Achilles injuries can be, both literally and figuratively, a runner’s Achilles heel. As one of the most common injuries seen in private practice, achilles injuries most commonly occur due to overuse. The majority of tendon overuse injuries occur due to overtraining, excessive intensity or distance increase, or a change in training surface – e.g. grass to bitumen. Other predisposing factors include a lack of training variation, poorly supportive footwear and hill running. Looking at this list, most of us will fall privy to at least one of these risk factors during our running lifespan, so, how can we get on top of these niggles early and allow a return to sport as soon as possible?
At a recent sports medicine conference, return to sport for tendon injuries was a hotly debated topic and it appears the old philosophy of rest is more than just outdated. Tendons themselves respond to load eg resting a tendon (unless it’s a complete rupture of course) is counter-intuitive to the healing mechanism of the body. Unless you are having pain with every step, I prefer to recommend a change in load rather than a complete cessation of training. Provided you can get on top of pain symptoms early on, cutting back on mileage, avoiding hills and staying away from speedwork for a few weeks can sometimes be enough. While Achilles injuries are complex, here are some of the top guides I use when treating an Achilles injury:
When managing a tendon injury, as health professionals we need to take into account your personal running history, the length of time you’ve had the injury and the other activities in which you are involved in. For most clients, we can modify other activities outside of running to help them to keep some run sessions in their week eg the use of a heel lift in day to day footwear.
Tendon degeneration and repair runs in phases and as such identification of the current phase of injury is pivotal to determining how to implement changes in load. The application of appropriate exercise in the rehabilitation of your injury is also phase dependant so it is advisable to have your injury assessed by a health professional. Inappropriate loading may delay your recovery and your return to sport, and further set you back on your long term goals.
As an osteopath, I am always looking to find the root cause of injury. Ankle mobility plays a key role in achilles management yet the mechanism is not year clearly understood. The achilles tendon essentially functions to transfer “push-off” force for the calf muscles to the heel bone. This force can be 3 to 6 times the body’s weight for activities such as running and jumping. If we look at the mechanics, with each step, the subtalar joint of the ankle moves up to 30 degrees, resulting in repetitive lengthening and shortening of the Achilles tendon complex. Any abnormalities in this mobility over time can predispose to overloading the achilles tendon.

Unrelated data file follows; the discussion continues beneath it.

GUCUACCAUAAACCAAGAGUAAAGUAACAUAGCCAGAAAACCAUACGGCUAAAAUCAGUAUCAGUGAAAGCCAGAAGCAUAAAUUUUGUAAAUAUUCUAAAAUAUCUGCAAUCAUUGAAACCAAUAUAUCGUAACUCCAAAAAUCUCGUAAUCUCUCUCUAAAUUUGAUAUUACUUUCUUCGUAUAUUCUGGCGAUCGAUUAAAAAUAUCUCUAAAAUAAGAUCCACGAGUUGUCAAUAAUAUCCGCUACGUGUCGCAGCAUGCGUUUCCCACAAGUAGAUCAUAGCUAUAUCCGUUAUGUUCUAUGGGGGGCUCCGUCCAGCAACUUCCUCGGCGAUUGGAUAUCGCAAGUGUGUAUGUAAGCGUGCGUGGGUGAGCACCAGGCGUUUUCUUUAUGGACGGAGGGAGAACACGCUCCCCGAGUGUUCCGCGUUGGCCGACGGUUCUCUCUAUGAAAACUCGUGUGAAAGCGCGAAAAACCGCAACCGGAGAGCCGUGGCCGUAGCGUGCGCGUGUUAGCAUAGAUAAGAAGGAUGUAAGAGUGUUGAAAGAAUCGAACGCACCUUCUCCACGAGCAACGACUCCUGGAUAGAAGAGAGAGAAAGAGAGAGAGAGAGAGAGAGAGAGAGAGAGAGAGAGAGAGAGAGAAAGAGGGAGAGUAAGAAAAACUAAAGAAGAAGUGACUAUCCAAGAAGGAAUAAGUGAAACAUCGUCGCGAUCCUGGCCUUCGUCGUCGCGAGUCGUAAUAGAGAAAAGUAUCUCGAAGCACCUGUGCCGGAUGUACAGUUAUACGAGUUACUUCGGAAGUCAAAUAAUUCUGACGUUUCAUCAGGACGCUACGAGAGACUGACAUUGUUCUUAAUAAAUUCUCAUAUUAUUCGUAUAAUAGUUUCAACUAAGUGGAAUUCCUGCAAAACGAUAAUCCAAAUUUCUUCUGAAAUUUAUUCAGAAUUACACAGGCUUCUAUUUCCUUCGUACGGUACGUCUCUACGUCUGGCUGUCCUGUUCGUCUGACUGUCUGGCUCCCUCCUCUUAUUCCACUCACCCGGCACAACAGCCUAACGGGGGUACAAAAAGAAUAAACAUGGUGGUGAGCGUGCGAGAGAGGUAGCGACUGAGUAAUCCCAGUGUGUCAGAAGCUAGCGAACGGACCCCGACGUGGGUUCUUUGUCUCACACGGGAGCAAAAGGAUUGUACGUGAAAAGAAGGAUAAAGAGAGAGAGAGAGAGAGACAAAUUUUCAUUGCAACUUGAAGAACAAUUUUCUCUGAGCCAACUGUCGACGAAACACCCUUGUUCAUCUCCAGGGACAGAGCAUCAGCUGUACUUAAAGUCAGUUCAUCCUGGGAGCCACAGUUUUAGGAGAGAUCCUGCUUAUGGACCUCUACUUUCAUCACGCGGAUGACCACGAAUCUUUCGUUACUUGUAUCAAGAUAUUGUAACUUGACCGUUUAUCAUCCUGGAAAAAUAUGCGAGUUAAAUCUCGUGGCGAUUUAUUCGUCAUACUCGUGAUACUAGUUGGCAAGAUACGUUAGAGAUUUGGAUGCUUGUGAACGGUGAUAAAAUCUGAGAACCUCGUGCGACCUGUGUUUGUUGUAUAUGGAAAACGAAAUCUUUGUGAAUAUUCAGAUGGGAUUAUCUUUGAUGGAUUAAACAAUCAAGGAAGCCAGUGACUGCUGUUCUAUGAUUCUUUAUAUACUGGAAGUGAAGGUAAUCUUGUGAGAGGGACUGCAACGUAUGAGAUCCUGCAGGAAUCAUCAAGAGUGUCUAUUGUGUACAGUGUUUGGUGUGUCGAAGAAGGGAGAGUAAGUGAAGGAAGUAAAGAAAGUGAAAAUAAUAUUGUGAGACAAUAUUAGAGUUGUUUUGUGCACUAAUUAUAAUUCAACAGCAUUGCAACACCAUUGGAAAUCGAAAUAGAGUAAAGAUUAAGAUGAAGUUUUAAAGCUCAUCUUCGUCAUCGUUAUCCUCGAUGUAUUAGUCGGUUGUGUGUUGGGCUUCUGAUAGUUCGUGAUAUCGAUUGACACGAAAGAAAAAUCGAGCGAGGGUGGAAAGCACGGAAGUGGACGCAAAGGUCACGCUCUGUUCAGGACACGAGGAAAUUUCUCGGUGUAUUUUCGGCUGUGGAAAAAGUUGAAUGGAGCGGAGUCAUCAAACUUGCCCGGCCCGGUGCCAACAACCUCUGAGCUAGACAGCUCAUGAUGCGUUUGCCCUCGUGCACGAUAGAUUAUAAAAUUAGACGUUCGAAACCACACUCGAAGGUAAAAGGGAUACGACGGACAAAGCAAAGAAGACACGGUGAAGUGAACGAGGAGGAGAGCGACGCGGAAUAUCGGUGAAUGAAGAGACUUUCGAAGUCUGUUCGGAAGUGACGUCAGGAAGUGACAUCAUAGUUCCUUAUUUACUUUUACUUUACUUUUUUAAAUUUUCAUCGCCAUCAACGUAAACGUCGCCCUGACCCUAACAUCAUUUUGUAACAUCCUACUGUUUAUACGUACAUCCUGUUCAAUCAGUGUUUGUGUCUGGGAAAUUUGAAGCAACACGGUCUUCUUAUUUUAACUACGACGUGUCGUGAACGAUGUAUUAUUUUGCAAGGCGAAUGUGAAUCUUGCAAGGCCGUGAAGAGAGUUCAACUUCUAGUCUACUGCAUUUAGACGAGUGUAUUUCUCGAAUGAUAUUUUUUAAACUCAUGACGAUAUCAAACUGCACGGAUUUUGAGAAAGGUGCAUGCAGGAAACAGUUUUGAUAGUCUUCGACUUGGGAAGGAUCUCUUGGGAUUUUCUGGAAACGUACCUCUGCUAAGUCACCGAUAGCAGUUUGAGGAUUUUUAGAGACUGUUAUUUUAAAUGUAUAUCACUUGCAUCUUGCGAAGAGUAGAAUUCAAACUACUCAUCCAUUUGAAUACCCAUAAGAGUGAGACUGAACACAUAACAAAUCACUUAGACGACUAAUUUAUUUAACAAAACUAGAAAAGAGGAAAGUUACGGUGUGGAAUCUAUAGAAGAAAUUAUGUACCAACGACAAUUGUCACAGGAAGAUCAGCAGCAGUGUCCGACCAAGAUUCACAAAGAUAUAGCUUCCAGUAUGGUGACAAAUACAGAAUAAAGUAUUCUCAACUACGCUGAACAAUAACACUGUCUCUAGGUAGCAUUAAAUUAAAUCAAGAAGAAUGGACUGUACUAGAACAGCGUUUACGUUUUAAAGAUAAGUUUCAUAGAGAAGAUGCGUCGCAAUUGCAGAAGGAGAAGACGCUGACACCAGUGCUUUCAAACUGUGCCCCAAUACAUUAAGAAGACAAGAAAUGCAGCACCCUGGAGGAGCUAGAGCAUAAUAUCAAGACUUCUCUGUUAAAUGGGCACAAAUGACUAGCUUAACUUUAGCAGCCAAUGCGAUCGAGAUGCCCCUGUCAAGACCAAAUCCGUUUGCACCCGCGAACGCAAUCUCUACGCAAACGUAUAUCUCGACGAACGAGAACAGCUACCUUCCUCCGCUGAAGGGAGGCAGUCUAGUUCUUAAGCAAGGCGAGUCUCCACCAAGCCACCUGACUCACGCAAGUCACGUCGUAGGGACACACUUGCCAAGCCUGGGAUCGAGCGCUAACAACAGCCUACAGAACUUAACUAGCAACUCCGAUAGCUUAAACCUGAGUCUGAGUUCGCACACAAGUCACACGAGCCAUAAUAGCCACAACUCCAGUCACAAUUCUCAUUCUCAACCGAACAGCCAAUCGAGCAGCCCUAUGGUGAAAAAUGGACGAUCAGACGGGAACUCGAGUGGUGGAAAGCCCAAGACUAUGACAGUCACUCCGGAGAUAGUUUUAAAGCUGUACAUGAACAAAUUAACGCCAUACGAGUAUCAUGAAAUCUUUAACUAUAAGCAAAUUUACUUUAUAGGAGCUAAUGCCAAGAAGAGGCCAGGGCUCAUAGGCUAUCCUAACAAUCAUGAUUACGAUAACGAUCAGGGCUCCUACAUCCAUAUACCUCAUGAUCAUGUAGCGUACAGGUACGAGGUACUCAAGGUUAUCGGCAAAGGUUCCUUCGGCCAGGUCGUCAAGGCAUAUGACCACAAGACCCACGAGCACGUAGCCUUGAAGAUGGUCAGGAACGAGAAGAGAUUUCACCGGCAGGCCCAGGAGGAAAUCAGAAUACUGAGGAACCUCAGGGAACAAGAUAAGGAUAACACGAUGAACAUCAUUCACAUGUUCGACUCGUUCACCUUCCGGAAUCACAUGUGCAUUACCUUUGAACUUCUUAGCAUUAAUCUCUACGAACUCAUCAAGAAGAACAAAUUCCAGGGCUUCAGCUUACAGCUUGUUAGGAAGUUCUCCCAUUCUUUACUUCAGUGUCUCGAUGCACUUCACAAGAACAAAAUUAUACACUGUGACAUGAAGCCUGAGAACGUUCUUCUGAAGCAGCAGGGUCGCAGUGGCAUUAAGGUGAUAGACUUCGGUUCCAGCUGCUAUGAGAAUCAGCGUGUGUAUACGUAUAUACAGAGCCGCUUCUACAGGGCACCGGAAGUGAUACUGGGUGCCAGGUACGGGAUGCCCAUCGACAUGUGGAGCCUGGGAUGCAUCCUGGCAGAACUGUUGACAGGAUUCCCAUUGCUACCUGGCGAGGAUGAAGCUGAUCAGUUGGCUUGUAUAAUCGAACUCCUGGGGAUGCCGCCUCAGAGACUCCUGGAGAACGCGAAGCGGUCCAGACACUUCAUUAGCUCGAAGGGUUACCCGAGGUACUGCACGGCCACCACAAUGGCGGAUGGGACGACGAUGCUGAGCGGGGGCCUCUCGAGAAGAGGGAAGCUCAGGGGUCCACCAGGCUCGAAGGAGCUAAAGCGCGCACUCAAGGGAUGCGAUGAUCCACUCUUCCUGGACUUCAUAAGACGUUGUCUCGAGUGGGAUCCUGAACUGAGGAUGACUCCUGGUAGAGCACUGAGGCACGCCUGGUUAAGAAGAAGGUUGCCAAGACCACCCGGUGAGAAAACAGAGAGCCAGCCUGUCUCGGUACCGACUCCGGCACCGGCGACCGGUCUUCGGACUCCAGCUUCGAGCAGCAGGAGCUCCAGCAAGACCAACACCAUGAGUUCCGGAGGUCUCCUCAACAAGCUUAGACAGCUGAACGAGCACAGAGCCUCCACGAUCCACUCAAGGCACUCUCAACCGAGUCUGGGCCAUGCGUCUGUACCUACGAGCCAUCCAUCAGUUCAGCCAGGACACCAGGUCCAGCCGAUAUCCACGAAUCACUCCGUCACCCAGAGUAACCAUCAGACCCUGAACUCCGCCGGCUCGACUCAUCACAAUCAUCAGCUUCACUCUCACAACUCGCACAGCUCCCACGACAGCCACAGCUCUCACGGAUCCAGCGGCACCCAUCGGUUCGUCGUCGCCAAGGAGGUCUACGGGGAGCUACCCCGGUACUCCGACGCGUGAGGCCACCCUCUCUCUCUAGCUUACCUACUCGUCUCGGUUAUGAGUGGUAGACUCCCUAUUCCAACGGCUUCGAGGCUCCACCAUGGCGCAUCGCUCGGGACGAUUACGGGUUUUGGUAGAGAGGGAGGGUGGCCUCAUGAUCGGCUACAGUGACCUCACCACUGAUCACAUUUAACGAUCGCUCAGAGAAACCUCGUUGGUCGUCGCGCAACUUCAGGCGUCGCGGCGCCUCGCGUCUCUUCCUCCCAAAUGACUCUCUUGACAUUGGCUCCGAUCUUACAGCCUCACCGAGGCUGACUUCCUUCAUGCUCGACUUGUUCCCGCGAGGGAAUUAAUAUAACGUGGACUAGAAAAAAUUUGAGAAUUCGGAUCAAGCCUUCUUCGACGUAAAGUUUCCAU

In addition, a limitation in the subtalar joint has been associated with what we call a tibial torsion, which can alter the line of pull of the achilles tendon. The flow on effect of this type of tibial rotation (lower leg rotation), is a femoral rotation (thigh bone). Therefore we have a change in muscle recruitment at the hip itself, which is why we always assess gait from a broader perspective. Identifying any pelvic drop (hip drop) during running which may predispose to achilles injury, can help us to reduce the risk of an injury down the track.
We tend to see a spike in achilles injuries when runners start to complete more high speed or hill based run sessions. The main reason for this is that we start to run more on our toes and forefoot for these sessions and this is a lot of work for the achilles tendon. When looking to structure your training week it is important this reflects where you are in your program and where you are wanting to head. The ideal balance for most runners is 80% low intensity to 20% high intensity training to provide the optimal conditions for endurance adaptations to occur. This means that if you are running five times a week, only one of these sessions should be speed or hill based work. Obviously there are exceptions to this rule but for the general weekend warrior, this 80/20 rule is a good starting point.
For a successful return to running, it is essential to address external factors including training load, terrain and intensity of sessions. It is equally important to not disregard intrinsic biomechanical restrictions in a well planned return to sport program. When looking at treatment and rehabilitation options, it is vital to understand not only training load, but also injury history as achilles tendon injuries are frustrating and can be debilitating. So if you are experiencing achilles pain, I always advise seeing your health professional early to ensure a smooth return to training, and not let your injury become your literal achilles heel.
Catherine is a keen runner and Osteopath in Ocean Grove / Barwon Heads - If you have any questions please reach out as she is here to help
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